Zambia is not on the FATF List of Countries that have been identified as having strategic AML deficiencies
Compliance with FATF Recommendations
The latest Mutual Evaluation Report relating to the implementation of anti-money laundering and counter-terrorist financing standards in Zambia was undertaken in 2019 . According to that Evaluation, Zambia was deemed Compliant for 11 and Largely Compliant for 17 of the FATF 40 Recommendations. It was also deemed Highly Effective for 0 and Substantially Effective for 0 with regard to the 11 areas of Effectiveness of its AML/CFT Regime.
US Department of State Money Laundering assessment (INCSR)
Zambia was deemed a ‘Monitored’ Jurisdiction by the US Department of State 2016 International Narcotics Control Strategy Report (INCSR). Key Findings from the report are as follows: -
Zambia is not a major financial center. The proceeds of narcotics transactions, bribery, and public corruption are the main sources of laundered funds. Wildlife trafficking, human trafficking, and the timber trade also are problems. Banks, real estate agents, insurance companies, casinos, and law firms are the institutions most commonly used to launder money. Criminals in Zambia have used structuring, currency exchanges, monetary instruments, gaming, under-valuing assets, procurement fraud, and front companies to launder illicit proceeds. Other devices include securities, debit and credit cards, bulk cash smuggling, wire transfers, false currency declarations, and trade-based money laundering (TBML) via the purchase of luxury goods, such as vehicles and real estate, and abusive trade mis-invoicing of general trade goods.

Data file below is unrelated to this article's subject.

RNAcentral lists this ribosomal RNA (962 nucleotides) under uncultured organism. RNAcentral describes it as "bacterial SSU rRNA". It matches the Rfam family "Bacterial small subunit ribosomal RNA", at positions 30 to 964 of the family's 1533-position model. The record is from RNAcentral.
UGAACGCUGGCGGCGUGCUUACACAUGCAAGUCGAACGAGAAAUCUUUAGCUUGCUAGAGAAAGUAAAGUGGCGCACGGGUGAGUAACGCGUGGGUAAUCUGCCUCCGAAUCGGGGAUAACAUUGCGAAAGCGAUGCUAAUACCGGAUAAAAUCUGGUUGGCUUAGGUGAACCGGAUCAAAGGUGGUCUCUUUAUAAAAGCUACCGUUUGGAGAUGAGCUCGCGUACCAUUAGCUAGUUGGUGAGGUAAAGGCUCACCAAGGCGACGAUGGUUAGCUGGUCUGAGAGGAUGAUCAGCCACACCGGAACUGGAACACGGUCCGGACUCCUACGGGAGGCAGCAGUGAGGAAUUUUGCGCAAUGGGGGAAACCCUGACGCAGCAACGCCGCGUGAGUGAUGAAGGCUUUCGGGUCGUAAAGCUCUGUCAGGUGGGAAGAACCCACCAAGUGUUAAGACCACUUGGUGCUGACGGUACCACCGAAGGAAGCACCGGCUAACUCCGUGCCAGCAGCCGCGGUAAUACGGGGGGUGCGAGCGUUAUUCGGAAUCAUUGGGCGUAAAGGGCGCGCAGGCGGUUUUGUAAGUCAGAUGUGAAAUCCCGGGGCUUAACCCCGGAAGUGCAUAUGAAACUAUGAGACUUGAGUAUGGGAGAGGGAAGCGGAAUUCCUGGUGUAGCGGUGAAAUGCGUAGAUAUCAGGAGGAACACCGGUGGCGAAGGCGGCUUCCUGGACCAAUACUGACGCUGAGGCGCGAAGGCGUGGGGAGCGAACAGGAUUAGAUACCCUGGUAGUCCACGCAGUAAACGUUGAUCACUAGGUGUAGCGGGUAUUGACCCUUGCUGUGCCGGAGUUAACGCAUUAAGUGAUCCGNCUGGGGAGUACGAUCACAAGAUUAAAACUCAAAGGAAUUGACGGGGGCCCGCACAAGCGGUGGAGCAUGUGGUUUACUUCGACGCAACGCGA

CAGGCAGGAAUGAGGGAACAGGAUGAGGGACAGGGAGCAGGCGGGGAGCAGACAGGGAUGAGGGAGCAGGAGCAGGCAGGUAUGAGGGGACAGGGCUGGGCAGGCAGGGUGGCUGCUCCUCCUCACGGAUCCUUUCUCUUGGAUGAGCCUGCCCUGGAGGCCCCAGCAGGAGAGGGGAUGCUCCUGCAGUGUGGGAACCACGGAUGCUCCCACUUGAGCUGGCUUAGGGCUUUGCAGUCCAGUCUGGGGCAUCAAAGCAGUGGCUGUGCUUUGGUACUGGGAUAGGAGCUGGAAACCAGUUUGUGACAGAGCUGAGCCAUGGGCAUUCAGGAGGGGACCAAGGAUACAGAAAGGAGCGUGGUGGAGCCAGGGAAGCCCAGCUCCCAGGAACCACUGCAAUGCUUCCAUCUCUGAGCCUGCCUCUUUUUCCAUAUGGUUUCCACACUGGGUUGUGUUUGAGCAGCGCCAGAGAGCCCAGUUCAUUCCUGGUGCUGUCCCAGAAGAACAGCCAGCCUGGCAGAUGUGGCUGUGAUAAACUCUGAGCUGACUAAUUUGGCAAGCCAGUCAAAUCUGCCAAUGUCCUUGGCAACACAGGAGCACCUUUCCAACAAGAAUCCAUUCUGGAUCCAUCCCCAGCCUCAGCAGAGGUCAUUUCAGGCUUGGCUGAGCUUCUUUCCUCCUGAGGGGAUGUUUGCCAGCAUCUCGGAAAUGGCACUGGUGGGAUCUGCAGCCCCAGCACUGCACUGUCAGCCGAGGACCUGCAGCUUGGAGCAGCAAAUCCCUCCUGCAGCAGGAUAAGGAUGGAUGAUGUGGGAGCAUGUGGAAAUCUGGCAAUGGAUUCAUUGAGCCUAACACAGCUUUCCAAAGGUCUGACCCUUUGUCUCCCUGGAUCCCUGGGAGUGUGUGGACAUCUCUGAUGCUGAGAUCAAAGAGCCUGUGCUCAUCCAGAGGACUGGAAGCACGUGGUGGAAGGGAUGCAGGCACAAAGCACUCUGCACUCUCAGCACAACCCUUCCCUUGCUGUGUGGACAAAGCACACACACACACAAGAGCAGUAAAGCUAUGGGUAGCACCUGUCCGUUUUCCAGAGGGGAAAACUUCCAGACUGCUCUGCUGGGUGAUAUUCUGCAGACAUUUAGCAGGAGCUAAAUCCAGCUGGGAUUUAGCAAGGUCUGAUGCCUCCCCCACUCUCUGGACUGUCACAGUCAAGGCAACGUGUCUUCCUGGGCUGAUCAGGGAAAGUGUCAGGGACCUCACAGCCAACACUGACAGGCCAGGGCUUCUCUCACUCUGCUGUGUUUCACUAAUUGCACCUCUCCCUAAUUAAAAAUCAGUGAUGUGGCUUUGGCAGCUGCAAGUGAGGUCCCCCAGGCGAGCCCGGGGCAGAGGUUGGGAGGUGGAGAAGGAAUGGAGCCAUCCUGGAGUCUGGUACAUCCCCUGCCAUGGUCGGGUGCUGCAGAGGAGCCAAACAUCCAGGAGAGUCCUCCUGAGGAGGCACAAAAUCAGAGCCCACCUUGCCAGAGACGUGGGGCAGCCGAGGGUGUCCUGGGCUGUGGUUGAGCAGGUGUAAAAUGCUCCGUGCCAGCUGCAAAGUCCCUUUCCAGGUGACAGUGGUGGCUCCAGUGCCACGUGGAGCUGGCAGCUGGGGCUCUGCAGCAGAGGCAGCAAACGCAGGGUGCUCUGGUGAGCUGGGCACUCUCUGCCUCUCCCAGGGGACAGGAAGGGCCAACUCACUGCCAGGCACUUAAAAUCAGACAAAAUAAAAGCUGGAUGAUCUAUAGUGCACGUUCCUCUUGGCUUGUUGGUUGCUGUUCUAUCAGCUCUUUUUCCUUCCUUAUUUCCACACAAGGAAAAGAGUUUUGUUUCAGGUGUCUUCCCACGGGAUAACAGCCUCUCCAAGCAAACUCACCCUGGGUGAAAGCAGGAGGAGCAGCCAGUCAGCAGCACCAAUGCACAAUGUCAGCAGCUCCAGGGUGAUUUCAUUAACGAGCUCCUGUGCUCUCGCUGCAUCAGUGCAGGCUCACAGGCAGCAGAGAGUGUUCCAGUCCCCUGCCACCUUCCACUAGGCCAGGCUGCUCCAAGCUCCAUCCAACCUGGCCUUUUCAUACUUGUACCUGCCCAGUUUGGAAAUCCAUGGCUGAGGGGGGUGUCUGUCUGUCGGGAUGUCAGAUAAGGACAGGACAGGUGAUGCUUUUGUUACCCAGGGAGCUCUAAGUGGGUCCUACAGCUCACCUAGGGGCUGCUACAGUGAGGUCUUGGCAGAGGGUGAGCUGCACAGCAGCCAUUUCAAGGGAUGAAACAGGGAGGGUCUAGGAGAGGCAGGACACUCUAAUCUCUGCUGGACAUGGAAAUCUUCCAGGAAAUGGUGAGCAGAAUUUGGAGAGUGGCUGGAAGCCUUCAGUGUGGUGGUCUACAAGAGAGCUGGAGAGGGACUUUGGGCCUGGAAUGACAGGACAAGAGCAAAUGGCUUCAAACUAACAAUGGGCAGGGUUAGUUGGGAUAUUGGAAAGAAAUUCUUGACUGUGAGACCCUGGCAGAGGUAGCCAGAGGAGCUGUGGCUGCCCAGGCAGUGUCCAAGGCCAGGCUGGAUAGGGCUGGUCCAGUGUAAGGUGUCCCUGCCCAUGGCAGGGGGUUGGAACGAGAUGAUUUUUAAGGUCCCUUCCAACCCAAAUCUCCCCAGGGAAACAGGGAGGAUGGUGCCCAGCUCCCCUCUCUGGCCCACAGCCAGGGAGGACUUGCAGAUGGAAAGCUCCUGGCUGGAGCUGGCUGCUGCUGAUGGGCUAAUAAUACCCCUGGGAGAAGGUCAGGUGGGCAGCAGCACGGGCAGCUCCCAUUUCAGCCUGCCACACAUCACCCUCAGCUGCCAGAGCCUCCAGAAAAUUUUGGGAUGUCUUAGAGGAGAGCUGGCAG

Zambia is not considered an offshore financial center. The Government of the Republic of Zambia is developing a number of multi-facility economic zones that are similar to free trade zones.
There are no international sanctions currently in force against this country.
BRIBERY & CORRUPTION
Rating (100-Good / 0-Bad)
Transparency International Corruption Index 35
World Governance Indicator – Control of Corruption 36
The development of Zambia's business environment is hindered by corruption and a weak institutional framework. Companies encounter red tape and rampant bribery in all business operations, including company registration, obtaining a construction permit, setting up utilities, and paying taxes. As a result of the inefficient and corrupt judicial system, foreign investors' property rights are not accurately protected nor enforced. In addition, international trade is impeded by pervasive corruption and crime in Zambia's customs. Companies regularly pay kickbacks and bribes in the tendering process for government contracts. Zambia's Anti-Corruption Act prohibits corruption, extortion, bribery of a foreign public official, abuse of office and money laundering. Zambia's legislation does not address facilitation payments and the maximum allowable value of gifts or hospitality is not clearly regulated. Enforcement of Zambia's anti-corruption legislation is lacking. For further information - GAN Integrity Business Anti-Corruption Portal
Zambia has had one of the world’s fastest growing economies for the past ten years, with real GDP growth averaging roughly 6.7% per annum, though growth slowed in 2015 to just over 3%, due to falling copper prices, reduced power generation, and depreciation of the kwacha. Zambia’s lack of economic diversification and dependency on copper as its sole major export makes it vulnerable to fluctuations in the world commodities market and prices turned downward in 2015 due to declining demand from China; Zambia was overtaken by the Democratic Republic of Congo as Africa’s largest copper producer.